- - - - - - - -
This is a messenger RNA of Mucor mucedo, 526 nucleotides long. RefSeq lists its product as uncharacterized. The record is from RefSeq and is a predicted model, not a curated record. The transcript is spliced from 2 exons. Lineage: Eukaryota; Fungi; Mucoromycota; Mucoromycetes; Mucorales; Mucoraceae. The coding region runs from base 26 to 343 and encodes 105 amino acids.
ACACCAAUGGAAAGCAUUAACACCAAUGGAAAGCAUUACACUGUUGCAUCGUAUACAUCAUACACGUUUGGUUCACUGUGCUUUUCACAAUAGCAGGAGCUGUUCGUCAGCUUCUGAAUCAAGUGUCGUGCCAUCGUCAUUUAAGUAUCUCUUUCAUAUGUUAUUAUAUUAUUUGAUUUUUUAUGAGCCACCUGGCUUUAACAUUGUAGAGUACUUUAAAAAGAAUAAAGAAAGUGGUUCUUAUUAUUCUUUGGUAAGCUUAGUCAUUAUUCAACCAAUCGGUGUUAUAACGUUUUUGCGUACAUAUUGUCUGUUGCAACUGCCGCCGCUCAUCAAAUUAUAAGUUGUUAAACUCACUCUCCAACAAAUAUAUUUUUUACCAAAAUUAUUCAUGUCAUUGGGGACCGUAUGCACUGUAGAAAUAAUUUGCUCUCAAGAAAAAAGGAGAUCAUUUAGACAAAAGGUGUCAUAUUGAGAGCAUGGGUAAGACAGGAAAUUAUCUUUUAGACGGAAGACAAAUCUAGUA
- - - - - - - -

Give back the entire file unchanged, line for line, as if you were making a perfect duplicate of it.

This is a messenger RNA of Mucor mucedo, 526 nucleotides long. RefSeq lists its product as uncharacterized. The record is from RefSeq and is a predicted model, not a curated record. The transcript is spliced from 2 exons. Lineage: Eukaryota; Fungi; Mucoromycota; Mucoromycetes; Mucorales; Mucoraceae. The coding region runs from base 26 to 343 and encodes 105 amino acids.
ACACCAAUGGAAAGCAUUAACACCAAUGGAAAGCAUUACACUGUUGCAUCGUAUACAUCAUACACGUUUGGUUCACUGUGCUUUUCACAAUAGCAGGAGCUGUUCGUCAGCUUCUGAAUCAAGUGUCGUGCCAUCGUCAUUUAAGUAUCUCUUUCAUAUGUUAUUAUAUUAUUUGAUUUUUUAUGAGCCACCUGGCUUUAACAUUGUAGAGUACUUUAAAAAGAAUAAAGAAAGUGGUUCUUAUUAUUCUUUGGUAAGCUUAGUCAUUAUUCAACCAAUCGGUGUUAUAACGUUUUUGCGUACAUAUUGUCUGUUGCAACUGCCGCCGCUCAUCAAAUUAUAAGUUGUUAAACUCACUCUCCAACAAAUAUAUUUUUUACCAAAAUUAUUCAUGUCAUUGGGGACCGUAUGCACUGUAGAAAUAAUUUGCUCUCAAGAAAAAAGGAGAUCAUUUAGACAAAAGGUGUCAUAUUGAGAGCAUGGGUAAGACAGGAAAUUAUCUUUUAGACGGAAGACAAAUCUAGUA